It is a dangerous trap because you aren’t being the you that God created you to be.  When I build walls around my emotions, I eventually shut them off even from myself.  When people ask “How do you feel?”  the truth is I really don’t know.  I’m getting better with this as God chips away at the walls, but I really struggle with knowing my own emotions.

It’s a dangerous trap because God takes us through things to be a witness to others.  He helps us so that we can help others.  It is not just about the physical journey, it is about how the journey changes your soul.  God changes you from the inside out that means people needs to know the soul journey.

It’s a most dangerous trap because it blocks our trust in God.  When I truly trust God, I trust Him with my whole being.  I can trust Him to protect me if I am emotionally vulnerable, because He has a purpose in it.  I may not fully trust the person I am sharing with, but I should be able to trust Him to keep me safe as I share emotionally.

For almost a year now, God has been working with me on trust.  I can’t truly begin to trust people until I fully trust Him.  This is one of those posts where I can’t wrap it up in a neat bow with the solution.  I don’t have it yet.  I don’t quite know what it will look like.  I only know that there are different types of fear.  I know that any fear of people is a dangerous trap.



This blog is part of a #Write31Days series on trust.  31 Days is an online writing challenge, where bloggers pick one topic and write a post on that topic every day.




Searching {#Write31Days}


I spend a lot of time searching.

I search for things I have lost or misplaced.

I search for things because I can’t remember something.

I love to search for information and resources.  I am the go to person for “Can you find…?”  or   “Do you know….?”

I can get lost in the search of anything – it doesn’t even have to be something I am interested it.  If someone needs information or a resource, I love to search it out.

A little over a year ago, I was introduced to The Journey.  It is a journey to develop personal habits that will grow intimacy in the personal relationship with God. Initially it was more of a task than anything to me.  Having been a Christian about thirty-two years, much of the information felt basic and repetitive.   One of the things you are encouraged to do daily is journal in a specific manner.  I have used a journal in my personal devotion time for about seventeen years although not always daily.  Trying to force myself to change the manner that I journal felt forced; regardless I stuck it out.

psalms910The nine month process of The Journey has come and gone, yet the lifestyle continues, now consistently.  I went from “Let me do my Bible Study at the end of the day” to “Let me search for the Lord first thing in the morning.”  I want to get up before anyone else is up or comes home to have my quiet time.  I am not a morning person, but I don’t want interruptions.  I want time to get lost in my searching.  I went from “I know” head knowledge to “I really know” heart knowledge.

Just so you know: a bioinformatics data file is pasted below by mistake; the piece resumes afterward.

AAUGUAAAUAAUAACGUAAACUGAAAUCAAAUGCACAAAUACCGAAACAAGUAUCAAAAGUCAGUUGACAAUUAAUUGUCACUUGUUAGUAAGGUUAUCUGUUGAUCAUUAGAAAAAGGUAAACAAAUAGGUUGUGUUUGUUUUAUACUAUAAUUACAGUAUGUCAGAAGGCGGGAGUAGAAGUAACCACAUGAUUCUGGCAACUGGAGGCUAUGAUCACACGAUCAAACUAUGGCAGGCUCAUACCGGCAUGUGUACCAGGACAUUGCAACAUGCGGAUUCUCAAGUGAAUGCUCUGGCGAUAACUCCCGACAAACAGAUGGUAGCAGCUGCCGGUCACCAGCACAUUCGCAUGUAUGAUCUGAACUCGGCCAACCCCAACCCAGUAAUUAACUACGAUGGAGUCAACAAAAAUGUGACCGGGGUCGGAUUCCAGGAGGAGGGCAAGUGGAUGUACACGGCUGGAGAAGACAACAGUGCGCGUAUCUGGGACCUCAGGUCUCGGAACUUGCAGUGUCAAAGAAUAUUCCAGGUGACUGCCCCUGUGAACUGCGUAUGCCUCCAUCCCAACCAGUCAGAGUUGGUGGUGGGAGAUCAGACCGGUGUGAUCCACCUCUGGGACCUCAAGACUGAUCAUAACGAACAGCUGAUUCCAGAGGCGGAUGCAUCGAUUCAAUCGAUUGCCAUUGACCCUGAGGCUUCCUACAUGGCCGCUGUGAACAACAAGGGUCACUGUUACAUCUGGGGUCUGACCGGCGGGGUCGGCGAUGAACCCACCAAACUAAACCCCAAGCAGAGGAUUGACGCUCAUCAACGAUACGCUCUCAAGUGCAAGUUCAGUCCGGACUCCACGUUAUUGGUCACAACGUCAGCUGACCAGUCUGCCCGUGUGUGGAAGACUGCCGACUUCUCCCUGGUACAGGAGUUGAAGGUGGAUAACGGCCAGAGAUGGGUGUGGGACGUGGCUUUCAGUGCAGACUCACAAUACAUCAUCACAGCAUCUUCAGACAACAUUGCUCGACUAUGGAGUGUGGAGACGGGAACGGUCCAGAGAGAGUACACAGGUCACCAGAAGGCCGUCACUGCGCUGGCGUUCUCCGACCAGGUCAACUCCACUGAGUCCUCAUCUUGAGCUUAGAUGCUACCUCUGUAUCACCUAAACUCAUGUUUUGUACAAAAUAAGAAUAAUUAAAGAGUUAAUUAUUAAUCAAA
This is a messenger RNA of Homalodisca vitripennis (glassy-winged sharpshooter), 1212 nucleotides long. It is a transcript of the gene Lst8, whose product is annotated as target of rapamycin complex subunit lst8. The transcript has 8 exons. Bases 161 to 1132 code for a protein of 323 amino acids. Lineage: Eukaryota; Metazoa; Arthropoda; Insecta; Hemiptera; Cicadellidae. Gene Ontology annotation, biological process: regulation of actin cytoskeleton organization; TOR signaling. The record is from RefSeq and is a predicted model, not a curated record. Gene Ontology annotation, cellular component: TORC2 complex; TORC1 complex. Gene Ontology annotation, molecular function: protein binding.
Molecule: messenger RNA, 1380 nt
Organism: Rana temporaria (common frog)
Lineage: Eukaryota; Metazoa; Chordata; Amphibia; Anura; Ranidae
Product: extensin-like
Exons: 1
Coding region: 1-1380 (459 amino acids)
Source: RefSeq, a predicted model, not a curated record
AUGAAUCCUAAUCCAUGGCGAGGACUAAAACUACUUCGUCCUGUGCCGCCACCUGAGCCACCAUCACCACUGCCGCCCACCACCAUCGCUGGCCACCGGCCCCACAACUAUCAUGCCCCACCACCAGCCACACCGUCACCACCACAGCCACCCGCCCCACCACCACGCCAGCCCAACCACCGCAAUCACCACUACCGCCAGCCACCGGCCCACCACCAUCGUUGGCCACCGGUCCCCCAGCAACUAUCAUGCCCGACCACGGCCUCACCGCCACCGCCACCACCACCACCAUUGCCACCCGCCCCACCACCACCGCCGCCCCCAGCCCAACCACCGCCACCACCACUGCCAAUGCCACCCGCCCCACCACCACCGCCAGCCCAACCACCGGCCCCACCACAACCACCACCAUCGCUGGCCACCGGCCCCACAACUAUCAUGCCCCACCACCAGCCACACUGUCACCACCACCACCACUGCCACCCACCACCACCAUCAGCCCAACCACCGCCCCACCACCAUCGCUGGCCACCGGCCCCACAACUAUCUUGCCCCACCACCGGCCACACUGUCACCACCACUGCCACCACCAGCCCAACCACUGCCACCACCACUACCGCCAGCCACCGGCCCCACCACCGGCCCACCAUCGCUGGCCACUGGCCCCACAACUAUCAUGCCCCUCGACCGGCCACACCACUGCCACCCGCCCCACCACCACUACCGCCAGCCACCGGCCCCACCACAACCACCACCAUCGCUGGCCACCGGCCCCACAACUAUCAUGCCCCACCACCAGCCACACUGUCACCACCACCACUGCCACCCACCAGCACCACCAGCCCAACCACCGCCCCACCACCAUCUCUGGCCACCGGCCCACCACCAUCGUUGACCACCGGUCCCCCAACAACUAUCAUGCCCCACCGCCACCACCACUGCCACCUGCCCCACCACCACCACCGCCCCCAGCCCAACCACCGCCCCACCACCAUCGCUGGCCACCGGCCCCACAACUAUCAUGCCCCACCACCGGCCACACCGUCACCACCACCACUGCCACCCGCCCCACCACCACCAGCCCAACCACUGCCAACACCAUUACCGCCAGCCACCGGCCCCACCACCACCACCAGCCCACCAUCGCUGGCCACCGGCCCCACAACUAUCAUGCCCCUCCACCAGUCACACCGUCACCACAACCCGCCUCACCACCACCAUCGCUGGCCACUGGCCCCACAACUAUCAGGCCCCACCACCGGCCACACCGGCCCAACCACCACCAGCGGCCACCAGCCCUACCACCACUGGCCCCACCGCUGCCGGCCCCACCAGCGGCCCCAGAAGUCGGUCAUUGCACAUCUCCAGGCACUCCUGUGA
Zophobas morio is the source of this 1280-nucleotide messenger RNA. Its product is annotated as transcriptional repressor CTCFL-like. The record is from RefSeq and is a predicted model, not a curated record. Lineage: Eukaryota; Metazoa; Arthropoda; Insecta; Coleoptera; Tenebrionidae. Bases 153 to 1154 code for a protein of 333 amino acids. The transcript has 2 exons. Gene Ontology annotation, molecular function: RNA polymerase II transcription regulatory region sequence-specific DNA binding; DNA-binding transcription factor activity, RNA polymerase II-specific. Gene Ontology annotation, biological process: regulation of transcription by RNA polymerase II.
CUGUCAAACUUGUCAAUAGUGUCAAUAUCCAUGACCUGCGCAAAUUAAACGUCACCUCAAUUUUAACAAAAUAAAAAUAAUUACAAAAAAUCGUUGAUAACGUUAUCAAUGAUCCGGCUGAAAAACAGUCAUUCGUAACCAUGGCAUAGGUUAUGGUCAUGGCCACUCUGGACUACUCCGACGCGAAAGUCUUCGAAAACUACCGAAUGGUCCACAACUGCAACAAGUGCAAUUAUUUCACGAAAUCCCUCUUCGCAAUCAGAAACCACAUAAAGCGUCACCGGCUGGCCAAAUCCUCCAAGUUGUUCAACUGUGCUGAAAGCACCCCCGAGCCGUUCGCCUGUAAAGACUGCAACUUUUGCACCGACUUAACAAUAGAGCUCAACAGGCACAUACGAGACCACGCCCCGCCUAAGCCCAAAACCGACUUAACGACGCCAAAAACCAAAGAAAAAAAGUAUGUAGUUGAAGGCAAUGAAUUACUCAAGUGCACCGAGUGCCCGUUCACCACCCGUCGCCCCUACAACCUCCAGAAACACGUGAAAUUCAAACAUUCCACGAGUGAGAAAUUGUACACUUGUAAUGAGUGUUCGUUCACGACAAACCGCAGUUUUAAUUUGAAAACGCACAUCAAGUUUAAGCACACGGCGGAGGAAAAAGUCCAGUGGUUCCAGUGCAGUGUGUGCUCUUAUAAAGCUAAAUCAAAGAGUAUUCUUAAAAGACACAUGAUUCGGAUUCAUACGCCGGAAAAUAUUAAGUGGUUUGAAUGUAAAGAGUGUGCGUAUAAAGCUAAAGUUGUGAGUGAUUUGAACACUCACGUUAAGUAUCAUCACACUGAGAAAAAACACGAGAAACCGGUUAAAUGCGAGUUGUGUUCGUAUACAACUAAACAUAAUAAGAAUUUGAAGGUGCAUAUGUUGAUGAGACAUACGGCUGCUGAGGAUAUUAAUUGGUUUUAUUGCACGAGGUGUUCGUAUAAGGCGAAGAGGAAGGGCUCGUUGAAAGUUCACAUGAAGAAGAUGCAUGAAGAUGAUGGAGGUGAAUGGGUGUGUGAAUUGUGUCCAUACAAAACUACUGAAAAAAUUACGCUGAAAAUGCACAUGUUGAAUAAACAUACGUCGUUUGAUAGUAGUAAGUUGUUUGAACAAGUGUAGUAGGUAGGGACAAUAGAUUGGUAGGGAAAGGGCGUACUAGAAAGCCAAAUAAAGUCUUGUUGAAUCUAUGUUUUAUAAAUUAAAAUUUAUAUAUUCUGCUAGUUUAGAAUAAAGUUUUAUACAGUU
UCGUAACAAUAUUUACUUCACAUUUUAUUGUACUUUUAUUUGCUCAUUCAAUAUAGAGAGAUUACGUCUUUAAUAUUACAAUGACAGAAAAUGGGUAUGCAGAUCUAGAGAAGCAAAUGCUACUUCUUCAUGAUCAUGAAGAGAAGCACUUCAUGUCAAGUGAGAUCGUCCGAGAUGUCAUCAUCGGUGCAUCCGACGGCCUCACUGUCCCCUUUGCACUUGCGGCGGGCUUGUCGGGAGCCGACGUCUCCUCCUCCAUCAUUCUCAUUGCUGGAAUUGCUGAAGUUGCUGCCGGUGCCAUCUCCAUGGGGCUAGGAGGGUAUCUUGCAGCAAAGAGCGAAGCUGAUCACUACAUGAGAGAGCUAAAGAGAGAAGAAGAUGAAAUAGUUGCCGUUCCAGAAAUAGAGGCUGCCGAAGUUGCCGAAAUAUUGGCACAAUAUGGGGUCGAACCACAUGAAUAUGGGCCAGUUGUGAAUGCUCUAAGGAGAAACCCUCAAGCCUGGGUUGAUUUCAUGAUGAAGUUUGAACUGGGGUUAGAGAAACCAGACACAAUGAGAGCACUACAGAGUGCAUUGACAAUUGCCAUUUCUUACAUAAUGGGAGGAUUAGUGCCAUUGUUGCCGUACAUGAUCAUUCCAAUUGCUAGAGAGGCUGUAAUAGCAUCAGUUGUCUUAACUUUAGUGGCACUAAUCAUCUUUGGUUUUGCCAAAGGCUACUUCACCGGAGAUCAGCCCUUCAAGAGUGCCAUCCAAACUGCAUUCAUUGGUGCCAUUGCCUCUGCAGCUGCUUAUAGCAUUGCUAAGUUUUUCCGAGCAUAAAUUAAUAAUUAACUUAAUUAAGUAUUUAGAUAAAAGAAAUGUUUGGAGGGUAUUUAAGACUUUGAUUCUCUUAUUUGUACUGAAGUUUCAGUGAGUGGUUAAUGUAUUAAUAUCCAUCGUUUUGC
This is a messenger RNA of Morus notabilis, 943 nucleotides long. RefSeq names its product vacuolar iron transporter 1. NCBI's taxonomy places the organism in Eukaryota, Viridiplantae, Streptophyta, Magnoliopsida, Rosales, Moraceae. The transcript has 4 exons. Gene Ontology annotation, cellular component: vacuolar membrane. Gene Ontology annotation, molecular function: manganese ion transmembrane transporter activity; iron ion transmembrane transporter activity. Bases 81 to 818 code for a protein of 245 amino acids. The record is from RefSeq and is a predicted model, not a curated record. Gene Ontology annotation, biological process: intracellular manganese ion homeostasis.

Writing out the scriptures in different versions than I learned brings fresh insight.  When I started The Journey I could write out the scriptures I have memorized without thought.   I wasn’t searching for new truths because I felt I “already knew.”  Quoting a scripture is just words, applying it and walking it out takes trust.   Changing the version, sometimes I have to look it up in the NKJV just to make sure it was the scripture I thought it was.  It I amazing how the emphasis or change of one word can change how I think about something.   Words once again jumped off the page, screaming to me “Search me, know that I am your God.”  The Word is living.  Scriptures started coming alive in my life.

Focusing on a particular topic helps me go deeper than I would have before.  The Journey had specific scriptures to journal on each day and week.  When the nine months wrapped up I asked the Lord to guide me to what He wanted me to study.  I started with Who I am in Christ.  It was a refreshing reminder.  It also made me question – am I really walking in it?  Then I moved on to “Be” and what God called me to be.  Now I am in the promises of God.  Despite “knowing” these things I realized I have not been walking in it.

The process of The Journey has led to a deeper trust in God.  Searching out the truths of the Word and applying them personally to my life has given me a deeper understanding of how God has been there for me throughout my life.  I can see the times where I might have felt abandoned, how God was really guiding me through to a deeper revelation of my utter dependence on Him.

I recommend The Journey whole heartedly now, regardless of how long someone has been walking with the Lord.  I have met people from all denominations that have went through The Journey and testify to the change it created in them.  Regardless of what your personal walk looks like, your walk can always go deeper.  Searching God’s word for yourself brings fresh insight, knowledge and wisdom.  It changes you from the inside out.



This blog is part of a #Write31Days series on trust.  31 Days is an online writing challenge, where bloggers pick one topic and write a post on that topic every day.